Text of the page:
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Self-blaming emotions in major depression: a randomised pilot trial comparing fMRI neurofeedback training with self-guided psychological strategies (NeuroMooD)

By Tanja Jaeckle, Steven CR Williams, Gareth J. Barker, Rodrigo Basilio, Ewan Carr, Kimberley Goldsmith, Alessandro Colasanti, Vincent Giampietro, Anthony Cleare, Allan H Young, Jorge Moll, Roland Zahn

Posted 09 Aug 2019
medRxiv DOI: 10.1101/19004309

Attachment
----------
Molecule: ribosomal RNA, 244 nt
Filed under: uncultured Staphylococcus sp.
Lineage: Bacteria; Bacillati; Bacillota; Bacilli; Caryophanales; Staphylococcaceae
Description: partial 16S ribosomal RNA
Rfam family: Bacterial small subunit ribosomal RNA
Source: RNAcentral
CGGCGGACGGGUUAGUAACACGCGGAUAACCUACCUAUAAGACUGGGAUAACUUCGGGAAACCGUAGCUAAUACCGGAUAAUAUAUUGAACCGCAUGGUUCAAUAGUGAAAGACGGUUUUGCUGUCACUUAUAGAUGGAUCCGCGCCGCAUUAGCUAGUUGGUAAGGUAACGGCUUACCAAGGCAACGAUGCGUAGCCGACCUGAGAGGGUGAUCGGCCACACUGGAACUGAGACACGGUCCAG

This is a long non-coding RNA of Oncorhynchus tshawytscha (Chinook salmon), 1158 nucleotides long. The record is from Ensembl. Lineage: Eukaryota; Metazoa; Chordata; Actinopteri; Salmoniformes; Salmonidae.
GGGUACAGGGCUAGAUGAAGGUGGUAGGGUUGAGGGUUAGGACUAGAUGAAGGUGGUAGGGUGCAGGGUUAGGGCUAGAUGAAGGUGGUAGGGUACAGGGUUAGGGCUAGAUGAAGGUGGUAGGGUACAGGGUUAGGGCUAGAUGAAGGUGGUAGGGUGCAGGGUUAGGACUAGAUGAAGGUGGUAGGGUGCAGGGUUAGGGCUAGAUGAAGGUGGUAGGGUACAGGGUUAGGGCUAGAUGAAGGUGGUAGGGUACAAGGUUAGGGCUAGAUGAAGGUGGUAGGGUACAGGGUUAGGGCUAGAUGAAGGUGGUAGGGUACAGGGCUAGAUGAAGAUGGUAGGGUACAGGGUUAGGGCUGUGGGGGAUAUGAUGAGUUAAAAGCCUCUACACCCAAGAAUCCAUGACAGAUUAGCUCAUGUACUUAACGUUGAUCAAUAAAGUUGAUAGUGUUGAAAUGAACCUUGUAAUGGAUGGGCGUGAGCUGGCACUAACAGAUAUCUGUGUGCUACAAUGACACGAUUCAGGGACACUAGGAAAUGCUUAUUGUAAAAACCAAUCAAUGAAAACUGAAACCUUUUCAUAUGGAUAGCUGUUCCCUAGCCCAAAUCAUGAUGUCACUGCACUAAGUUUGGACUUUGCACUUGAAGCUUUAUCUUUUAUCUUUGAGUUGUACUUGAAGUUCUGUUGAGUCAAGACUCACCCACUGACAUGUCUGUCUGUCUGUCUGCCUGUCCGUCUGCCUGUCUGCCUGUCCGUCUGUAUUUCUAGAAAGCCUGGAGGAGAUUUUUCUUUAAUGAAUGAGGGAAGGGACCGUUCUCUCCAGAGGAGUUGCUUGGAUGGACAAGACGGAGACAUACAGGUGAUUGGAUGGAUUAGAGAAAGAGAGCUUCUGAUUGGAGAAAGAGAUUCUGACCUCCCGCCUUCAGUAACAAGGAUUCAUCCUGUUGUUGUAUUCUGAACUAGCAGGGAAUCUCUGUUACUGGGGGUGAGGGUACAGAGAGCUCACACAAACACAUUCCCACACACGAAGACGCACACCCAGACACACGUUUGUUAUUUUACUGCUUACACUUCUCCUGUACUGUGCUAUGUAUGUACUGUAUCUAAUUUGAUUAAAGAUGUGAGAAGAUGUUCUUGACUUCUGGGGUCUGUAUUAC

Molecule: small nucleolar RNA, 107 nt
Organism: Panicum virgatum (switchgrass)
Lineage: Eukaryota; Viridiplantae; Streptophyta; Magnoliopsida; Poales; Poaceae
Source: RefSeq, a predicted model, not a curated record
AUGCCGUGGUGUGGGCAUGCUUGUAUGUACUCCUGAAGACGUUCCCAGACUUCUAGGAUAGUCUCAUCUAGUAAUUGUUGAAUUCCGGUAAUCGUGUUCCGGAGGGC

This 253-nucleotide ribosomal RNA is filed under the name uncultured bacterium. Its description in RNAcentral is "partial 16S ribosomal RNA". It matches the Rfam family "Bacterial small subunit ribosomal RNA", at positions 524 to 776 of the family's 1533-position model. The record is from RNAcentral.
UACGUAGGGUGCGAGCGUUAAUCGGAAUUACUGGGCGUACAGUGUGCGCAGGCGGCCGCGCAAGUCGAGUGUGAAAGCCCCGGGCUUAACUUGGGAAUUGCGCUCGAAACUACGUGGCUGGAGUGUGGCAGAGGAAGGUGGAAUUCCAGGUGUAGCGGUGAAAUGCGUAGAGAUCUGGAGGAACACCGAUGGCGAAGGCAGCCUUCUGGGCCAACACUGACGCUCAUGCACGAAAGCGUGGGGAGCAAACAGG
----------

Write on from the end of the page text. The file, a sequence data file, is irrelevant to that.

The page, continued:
BackgroundOvergeneralised self-blame and worthlessness are key symptoms of major depressive disorder (MDD) and were previously associated with self-blame-selective changes in connectivity between right superior anterior temporal lobe (rSATL) and subgenual frontal areas. In a previous study, remitted MDD patients successfully modulated guilt-selective rSATL-subgenual cingulate connectivity using real-time functional magnetic resonance imaging (rtfMRI) neurofeedback training, thereby increasing their self-esteem. The feasibility and potential of using this approach in symptomatic MDD were unknown. MethodsThis single-blind pre-registered randomised controlled pilot trial tested the clinical potential of a novel self-guided psychological intervention with and without additional rSATL-posterior subgenual cortex (SC) rtfMRI neurofeedback, targeting self-blaming emotions in insufficiently recovered people with MDD and early treatment-resistance (n=43, n=35 completers). Following a diagnostic baseline assessment, patients completed three self-guided sessions to rebalance self-blaming biases and a post-treatment assessment. The fMRI neurofeedback software FRIEND was used to measure rSATL-posterior SC connectivity, while the BDI-II was administered to assess depressive symptom severity as a primary outcome measure. ResultsBoth interventions were demonstrated to be safe and beneficial, resulting in a mean reduction of MDD symptom severity by 46% and response rates of more than 55%, with no group difference. Secondary analyses, however, revealed a differential response on our primary outcome measure between MDD patients with and without DSM-5 defined anxious distress. Stratifying by anxious distress features was investigated, because this was found to be the most common subtype in our sample. MDD patients without anxious distress showed a higher response to rtfMRI neurofeedback training compared to the psychological intervention, with the opposite pattern found in anxious MDD. We explored potentially confounding clinical differences between subgroups and found that anxious MDD patients were much more likely to experience anger towards others as measured on our psychopathological interview which might play a role in their poorer response to neurofeedback. In keeping with the hypothesis that self-worth plays a key role in MDD, improvement on our primary outcome measure was correlated with increases in self-esteem after the intervention and this correlated with the frequency with which participants employed the strategies to tackle self-blame outside of the treatment sessions. ConclusionsThese findings suggest that self-blame-selective rtfMRI neurofeedback training may be superior over a solely psychological intervention in non-anxious MDD, although further confirmatory studies are needed. The self-guided psychological intervention showed a surprisingly high clinical potential in the anxious MDD group which needs further confirmation compared versus treatment-as-usual. Future studies need to investigate whether self-blame-selective rSATL-SC connectivity changes are irrelevant in anxious MDD, which could explain their response being better to the psychological intervention without interfering neurofeedback. https://doi.org/10.1186/ISRCTN10526888

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